Some surgeons may use another technique called ablation to remove endometriosis. Ablation involves the use of a small laser to burn or cauterize the endometriosis tissue. This type of surgery may be suitable for some superficial endometriosis implants that would be impossible to remove via excision surgery. However, in most cases, ablation should be avoided, as it can result in the creation of scar tissue that may worsen pain and fertility issues.
Your doctor may recommend the use of hormonal birth control or other hormonal medications to control your endometriosis symptoms. It’s important to note that while hormones can be used to improve your symptoms and potentially slow the growth of implants, they do not cure endometriosis. However, hormonal birth control is obviously not a suitable treatment for women with endometriosis who are trying to conceive — and even if you aren’t ready to get pregnant, you may want to consider the risks to your future fertility. Some hormonal medications used to control endometriosis pose dangerous risks for women’s health and fertility, especially when they are used long-term.
Some women with endometriosis get pain relief from over-the-counter solutions like non-steroidal anti-inflammatory drugs (NSAIDs) and heating pads. These are helpful options for women with endometriosis who are not trying to conceive, but not necessarily suitable for those who are looking to get pregnant soon. Consult your doctor about the use of NSAIDs and heating pads for endometriosis pain relief if you are trying to conceive.
You may have seen many discussions on online forums about how diet contributes to endometriosis. The popular “endo diet” encourages women to cut out dietary triggers like gluten, dairy, and nightshades and emphasizes eating anti-inflammatory foods instead. Unfortunately, the reality is that there is little research evidence to show that what we eat affects our odds of conception with endometriosis. Still, many women with endometriosis do suffer from food intolerances that can contribute to their symptoms: for example, as much as 75 percent of women with endo may benefit from a gluten-free diet. Going gluten-free may not help you conceive, but it may improve your quality of life with endometriosis.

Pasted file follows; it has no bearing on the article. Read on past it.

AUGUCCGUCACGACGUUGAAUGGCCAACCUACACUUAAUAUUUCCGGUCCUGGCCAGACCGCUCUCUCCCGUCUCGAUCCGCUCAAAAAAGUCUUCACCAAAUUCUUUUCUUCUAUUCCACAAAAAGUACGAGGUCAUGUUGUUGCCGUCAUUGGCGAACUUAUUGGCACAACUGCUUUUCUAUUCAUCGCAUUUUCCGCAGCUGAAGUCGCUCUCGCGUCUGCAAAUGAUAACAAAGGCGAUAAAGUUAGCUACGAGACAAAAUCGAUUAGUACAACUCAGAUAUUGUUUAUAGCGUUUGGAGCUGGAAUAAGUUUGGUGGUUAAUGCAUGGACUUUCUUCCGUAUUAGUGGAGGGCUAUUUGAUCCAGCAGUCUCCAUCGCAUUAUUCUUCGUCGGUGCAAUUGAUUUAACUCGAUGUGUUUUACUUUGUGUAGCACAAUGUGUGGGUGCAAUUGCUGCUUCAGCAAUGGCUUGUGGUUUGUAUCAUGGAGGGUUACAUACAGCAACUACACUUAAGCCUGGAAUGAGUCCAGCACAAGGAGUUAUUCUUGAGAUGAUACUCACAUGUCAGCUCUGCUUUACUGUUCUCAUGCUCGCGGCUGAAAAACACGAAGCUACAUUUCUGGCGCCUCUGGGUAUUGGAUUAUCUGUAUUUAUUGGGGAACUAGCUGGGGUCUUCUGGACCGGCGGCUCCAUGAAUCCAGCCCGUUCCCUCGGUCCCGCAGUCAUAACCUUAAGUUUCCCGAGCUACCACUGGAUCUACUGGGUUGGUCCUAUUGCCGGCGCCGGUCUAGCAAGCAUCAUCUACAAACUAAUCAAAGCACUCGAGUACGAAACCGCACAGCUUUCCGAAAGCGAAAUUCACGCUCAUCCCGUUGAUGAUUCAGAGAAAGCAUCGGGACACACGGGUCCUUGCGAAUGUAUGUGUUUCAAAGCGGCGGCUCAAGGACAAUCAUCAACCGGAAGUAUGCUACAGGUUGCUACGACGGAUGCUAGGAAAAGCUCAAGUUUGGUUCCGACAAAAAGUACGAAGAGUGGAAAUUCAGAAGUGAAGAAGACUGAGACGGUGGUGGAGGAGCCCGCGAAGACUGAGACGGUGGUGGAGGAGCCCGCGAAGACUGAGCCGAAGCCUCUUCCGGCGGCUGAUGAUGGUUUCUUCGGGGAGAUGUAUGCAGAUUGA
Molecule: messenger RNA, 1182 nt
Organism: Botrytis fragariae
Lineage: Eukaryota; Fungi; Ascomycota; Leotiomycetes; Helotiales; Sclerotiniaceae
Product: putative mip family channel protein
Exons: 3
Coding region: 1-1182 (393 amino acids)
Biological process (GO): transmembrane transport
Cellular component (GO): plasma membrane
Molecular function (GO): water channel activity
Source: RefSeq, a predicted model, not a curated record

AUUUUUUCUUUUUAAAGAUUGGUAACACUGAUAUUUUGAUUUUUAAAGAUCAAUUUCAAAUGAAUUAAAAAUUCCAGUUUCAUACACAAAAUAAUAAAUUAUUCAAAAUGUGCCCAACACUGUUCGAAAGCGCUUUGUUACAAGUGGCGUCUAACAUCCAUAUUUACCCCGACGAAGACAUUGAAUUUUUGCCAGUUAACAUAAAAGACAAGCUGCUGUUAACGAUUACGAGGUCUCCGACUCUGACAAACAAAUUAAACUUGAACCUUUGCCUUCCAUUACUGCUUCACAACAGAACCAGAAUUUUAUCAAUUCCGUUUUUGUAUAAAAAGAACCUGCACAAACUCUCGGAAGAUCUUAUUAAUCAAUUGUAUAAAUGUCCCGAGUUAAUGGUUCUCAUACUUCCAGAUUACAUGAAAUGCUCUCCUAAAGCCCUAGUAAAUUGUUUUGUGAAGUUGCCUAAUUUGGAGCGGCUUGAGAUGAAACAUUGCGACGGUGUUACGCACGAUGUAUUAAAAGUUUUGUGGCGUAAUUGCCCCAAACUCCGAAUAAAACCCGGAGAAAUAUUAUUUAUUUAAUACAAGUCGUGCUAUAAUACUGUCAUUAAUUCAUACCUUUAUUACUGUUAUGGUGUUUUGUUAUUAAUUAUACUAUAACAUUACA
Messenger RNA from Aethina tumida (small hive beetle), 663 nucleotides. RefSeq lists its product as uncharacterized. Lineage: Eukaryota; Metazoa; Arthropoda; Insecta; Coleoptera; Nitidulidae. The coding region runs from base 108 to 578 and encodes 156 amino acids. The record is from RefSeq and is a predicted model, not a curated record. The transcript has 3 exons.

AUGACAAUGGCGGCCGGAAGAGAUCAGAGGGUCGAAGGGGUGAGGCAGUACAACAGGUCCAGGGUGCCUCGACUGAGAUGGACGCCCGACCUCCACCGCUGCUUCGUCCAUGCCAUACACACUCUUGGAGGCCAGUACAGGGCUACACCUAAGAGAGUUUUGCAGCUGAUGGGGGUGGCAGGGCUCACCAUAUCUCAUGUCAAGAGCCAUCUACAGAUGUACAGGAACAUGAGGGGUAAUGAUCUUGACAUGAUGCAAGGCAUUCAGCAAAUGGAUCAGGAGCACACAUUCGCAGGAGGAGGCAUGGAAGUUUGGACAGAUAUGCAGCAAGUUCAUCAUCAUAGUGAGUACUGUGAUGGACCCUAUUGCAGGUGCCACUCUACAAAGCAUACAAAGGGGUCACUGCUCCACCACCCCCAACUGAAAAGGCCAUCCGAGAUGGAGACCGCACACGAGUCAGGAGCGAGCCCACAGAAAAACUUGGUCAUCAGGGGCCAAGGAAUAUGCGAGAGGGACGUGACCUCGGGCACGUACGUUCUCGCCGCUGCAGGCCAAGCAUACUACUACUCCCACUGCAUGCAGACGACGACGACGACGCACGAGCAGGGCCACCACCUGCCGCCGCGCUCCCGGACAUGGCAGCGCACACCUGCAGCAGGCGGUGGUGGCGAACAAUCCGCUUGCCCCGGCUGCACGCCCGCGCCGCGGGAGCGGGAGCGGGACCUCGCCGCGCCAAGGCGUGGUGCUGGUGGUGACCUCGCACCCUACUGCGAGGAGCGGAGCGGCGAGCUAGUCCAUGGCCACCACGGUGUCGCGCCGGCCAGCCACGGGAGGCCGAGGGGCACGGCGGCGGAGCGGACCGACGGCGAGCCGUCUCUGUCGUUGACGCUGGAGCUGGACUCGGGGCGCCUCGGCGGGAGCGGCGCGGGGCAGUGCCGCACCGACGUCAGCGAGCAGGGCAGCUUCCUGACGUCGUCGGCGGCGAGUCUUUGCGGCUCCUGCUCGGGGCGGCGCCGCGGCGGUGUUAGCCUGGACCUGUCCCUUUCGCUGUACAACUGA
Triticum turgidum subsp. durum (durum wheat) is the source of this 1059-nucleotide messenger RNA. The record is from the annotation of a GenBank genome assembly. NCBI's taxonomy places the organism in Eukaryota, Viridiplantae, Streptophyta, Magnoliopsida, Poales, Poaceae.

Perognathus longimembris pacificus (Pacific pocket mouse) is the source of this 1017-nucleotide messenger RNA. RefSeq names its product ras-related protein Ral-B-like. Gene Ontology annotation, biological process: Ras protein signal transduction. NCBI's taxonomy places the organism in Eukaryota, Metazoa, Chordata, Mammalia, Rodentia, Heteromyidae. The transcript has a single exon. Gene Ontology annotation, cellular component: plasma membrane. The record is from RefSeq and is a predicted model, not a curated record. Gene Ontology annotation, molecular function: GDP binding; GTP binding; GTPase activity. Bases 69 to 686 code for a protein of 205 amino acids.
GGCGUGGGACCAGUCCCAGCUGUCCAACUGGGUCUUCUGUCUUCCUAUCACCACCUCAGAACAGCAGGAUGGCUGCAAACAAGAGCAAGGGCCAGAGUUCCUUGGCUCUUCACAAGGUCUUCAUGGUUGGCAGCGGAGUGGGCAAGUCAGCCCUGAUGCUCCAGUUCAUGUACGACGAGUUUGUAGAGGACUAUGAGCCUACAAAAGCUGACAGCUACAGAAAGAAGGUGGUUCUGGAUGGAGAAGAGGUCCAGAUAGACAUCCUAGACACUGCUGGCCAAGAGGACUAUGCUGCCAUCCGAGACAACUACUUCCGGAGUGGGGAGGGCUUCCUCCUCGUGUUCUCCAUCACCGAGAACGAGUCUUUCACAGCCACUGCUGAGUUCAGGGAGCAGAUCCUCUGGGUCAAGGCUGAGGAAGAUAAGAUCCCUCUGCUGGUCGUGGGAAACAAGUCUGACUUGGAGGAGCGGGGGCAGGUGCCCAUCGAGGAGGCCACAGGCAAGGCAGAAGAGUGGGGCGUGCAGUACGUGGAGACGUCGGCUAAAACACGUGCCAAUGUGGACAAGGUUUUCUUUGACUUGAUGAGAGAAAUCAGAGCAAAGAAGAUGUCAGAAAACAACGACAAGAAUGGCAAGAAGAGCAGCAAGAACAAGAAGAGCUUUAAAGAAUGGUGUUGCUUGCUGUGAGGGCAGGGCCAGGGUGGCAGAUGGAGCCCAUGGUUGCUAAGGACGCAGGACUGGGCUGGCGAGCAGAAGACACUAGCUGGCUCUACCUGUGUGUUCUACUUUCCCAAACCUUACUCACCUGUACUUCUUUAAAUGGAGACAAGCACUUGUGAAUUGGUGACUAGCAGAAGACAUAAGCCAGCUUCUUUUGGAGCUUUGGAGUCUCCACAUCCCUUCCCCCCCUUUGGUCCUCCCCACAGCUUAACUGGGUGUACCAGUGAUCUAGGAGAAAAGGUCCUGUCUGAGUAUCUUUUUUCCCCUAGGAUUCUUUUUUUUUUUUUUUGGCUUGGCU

Assisted reproductive technologies
Assisted reproductive techniques (ART) such as Intrauterine Insemination (IUI) or In Vitro Fertilization (IVF) can help women with infertility due to endometriosis conceive faster and more easily.
IUI involves placing your partner’s sperm directly into your body. Your doctor may recommend IUI if you have early-stage endometriosis. IUI is often paired with fertility drug treatments, such as Clomid.
If IUI with fertility drugs is unsuccessful, IVF treatment is usually the next step. IVF treatment can increase your chances of conceiving, but it is often invasive and expensive. IVF treatment is usually suitable if you have late-stage endometriosis, are over 35 years old, or have other infertility factors. The success rate of IVF treatment varies case-by-case.
How to get pregnant with endometriosis naturally
If you do not want to undergo invasive surgeries or fertility treatments, it is still possible to get pregnant with endometriosis. Up to 70 percent of women with mild to moderate endometriosis can conceive naturally within three years. Using fertility awareness methods to understand your unique fertility signs and symptoms may increase your odds of conceiving naturally with endo.
Understanding your menstrual cycle can help you better identify when you are ovulating so you can time intercourse with your fertile window for the best odds of conception. A natural solution for tracking your menstrual cycle is using a digital fertility monitor like Mira to measure your fertility hormone concentrations. Over time, Mira learns the patterns in your hormones to predict when you are ovulating, helping you time intercourse with your most fertile time of the month.
✔️ Medically Reviewed by Dr Roohi Jeelani, MD, FACOG and Lauren Grimm, MA
Dr Roohi Jeelani is Director of Research and Education at Vios Fertility Institute in Chicago, Illinois. Dr Jeelani earned her medical degree from Ross University School of Medicine in Portsmouth, Dominica. She then completed a residency in Obstetrics and Gynecology and a fellowship in Reproductive Endocrinology and Infertility at Wayne State University, Detroit Medical Center, where she was awarded a Women’s Reproductive Health NIH K12 Research Grant. She is board certified in Obstetrics and Gynecology. Dr Jeelani has authored numerous articles and abstracts in peer-reviewed journals, and presented her research at national and international scientific meetings. A Fellow of the American College of Obstetrics and Gynecology, Dr Jeelani is a member of the American Medical Association, the American Society of Reproductive Medicine, and the American Association of Gynecologic Laparoscopists.
Lauren Grimm is Research Coordinator at Vios Fertility Institute in Chicago, Illinois. Lauren earned her bachelor’s degree from Loyola University Chicago, where she also completed her masters in Medical Sciences. Lauren has worked alongside Dr. Jeelani for the last 3 years, authoring a number of abstracts and articles in peer-reviewed journals, and presented her research at national and international scientific conferences. Lauren will be continuing her education this fall at Rush University Medical College in Chicago, IL as an MD candidate.